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2012 15" MacBook Pro Retina (GT650M) [3rd,4C,Q] + RX 580 @ 10Gbps-TB1>TB3 (AKiTi...
 

2012 15" MacBook Pro Retina (GT650M) [3rd,4C,Q] + RX 580 @ 10Gbps-TB1>TB3 (AKiTiO Node) + macOS 10.14.3 & Win10 [emanuelediba]  

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emanuelediba
(@emanuelediba)
Eminent Member
Joined: 12 months ago
 

System specs

  • Mid-2012 15" MacBook Pro retina (Nvidia GT650m + Intel HD4000)
  • macOS Mojave 10.14.3 / Windows 10 1803
  • 21" Benq 1080p monitor


eGPU hardware


Hardware pictures
Coming soon


Installation steps

- macOS Mojave 10.14.3

UPDATE: Working with macOS Catalina 10.15

The setup on macOS Mojave was pretty easy and straight forward. You just need two scripts: purge-wrangler and purge-nvda. After the installation of these two scripts (you can install them only if you disable SIP, follow the guides for the details) everything just worked, the eGPU gets recognized by the system and an icon on the top bar appears telling, in fact, that we are using an eGPU. These is what I am using at this moment for macOS, maybe I'm going to try automate-eGPU-EFI too.

purge-wrangler
purge-nvda

- Windows 10 

The setup on Windows 10 was much more complicated, in fact if it wasn't for this guide. I don't think I would have been able to get Windows 10 to work. First of all Windows 10 MUST be installed in UEFI mode, since the RX 580 can't boot in BIOS boot mode (it displays a black screen and doesn't output anything). Windows 10 can be installed on a mid-2012 MacBook Pro without making the partition with Bootcamp Assistant. It needs to be used to create the Windows 10 bootable media, but the partition must be done via Disk Utility: create a partition on the MacBooks SSD (pay attention that if you are using APFS you need to partition the drive and not create a volume inside the apfs container) and format it in HFS+. Make sure to get the bootcamp drivers too from Bootcamp Assistant. After having created the Windows 10 USB drive and the partition, plug the usb drive into the Mac, and power the machine up while pressing the options/alt key. Now the most important step: select the "EFI Boot" entry and not the "Windows" one, so that Windows will be installed in UEFI mode. After the installations DO NOT connect the Mac to a network, just skip through the setup and get to the Desktop. Now we need to install the nvidia drivers provided into the bootcamp drivers folder (WindowsSupport). After the installations of the nvidia drivers, reboot, and after the reboot in device manager, under the graphics cards section you should see the GT 650m and a Microsoft Basic Display adapter, this is the configuration that we need to keep in order to get everything working. We need to prevent the installation of the Intel HD 4000 graphics, since Windows 10 is going to automatically download the drivers and install them. You can follow this guide to prevent the drivers installation . After having blocked the Intel HD 4000 drivers installation, we need to install the bootcamp drivers: here I had some issues in my initial experience, because after installing these drivers (keep in mind that you need to prevent the Intel HD graphics driver installation, that are integrated in the Bootcamp Drivers, I've just deleted them from the folder) I had frequent BSODs, and the installation was basically unusuable, so I proceeded by installing manually the drivers from the bootcamp folder to keep track if some particular driver gave me the BSODs issue. I haven't even installed them all, just the Cirrus, Broadcom, the Intel Chipset utility and the Intel ME. The basics for the eGPU to work. At this point we can proceed by doing a DSDT Override by following this guide. Creating a DSDT is pretty easy, if you carefully follow the guide, I used the Intel Method in Step 1. After creating the DSDT Override (basically the dsdt-modified.aml file in the c:\dsdt folder) you need to use automate-eGPU-EFI. Create the USB Drive easily with @mac_editor script and then rename the "dsdt-modified.aml" file as "DSDT.aml" and put it into the bootable usb key used for automate-eGPU-EFI in this folder: \EFI\CLOVER\ACPI\WINDOWS. After that, you can boot the Mac pressing the option key, and select "EFI Boot" in the boot manager, making sure it is the USB Drive with automate-eGPU-EFI. In the screen that appears just press "q" and select to boot windows. At this point you should have output from the eGPU on your external screen and you can proceed installing the AMD drivers (19.1.3 Adrenalin in my case). Now you can enjoy the added eGPU power!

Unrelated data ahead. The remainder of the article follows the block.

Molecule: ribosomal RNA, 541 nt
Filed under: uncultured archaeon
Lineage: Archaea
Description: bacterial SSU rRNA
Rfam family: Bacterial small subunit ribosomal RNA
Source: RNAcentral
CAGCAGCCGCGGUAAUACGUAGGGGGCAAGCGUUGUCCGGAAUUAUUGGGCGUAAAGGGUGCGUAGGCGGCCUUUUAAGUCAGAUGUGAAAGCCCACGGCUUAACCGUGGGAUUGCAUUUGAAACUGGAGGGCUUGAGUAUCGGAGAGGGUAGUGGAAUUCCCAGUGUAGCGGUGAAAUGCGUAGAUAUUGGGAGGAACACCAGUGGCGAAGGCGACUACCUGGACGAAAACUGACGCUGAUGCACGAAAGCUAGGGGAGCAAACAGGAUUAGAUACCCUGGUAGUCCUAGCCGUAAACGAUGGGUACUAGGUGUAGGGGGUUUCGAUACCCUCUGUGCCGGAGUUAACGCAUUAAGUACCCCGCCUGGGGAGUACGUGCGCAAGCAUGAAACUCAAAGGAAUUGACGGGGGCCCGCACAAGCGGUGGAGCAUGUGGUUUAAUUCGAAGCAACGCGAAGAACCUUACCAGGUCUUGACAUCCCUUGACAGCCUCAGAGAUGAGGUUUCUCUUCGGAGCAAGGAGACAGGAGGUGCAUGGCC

Benchmarks
macOS Geekbench Score
macOS Luxmark Score
macOS Unigine Heaven Score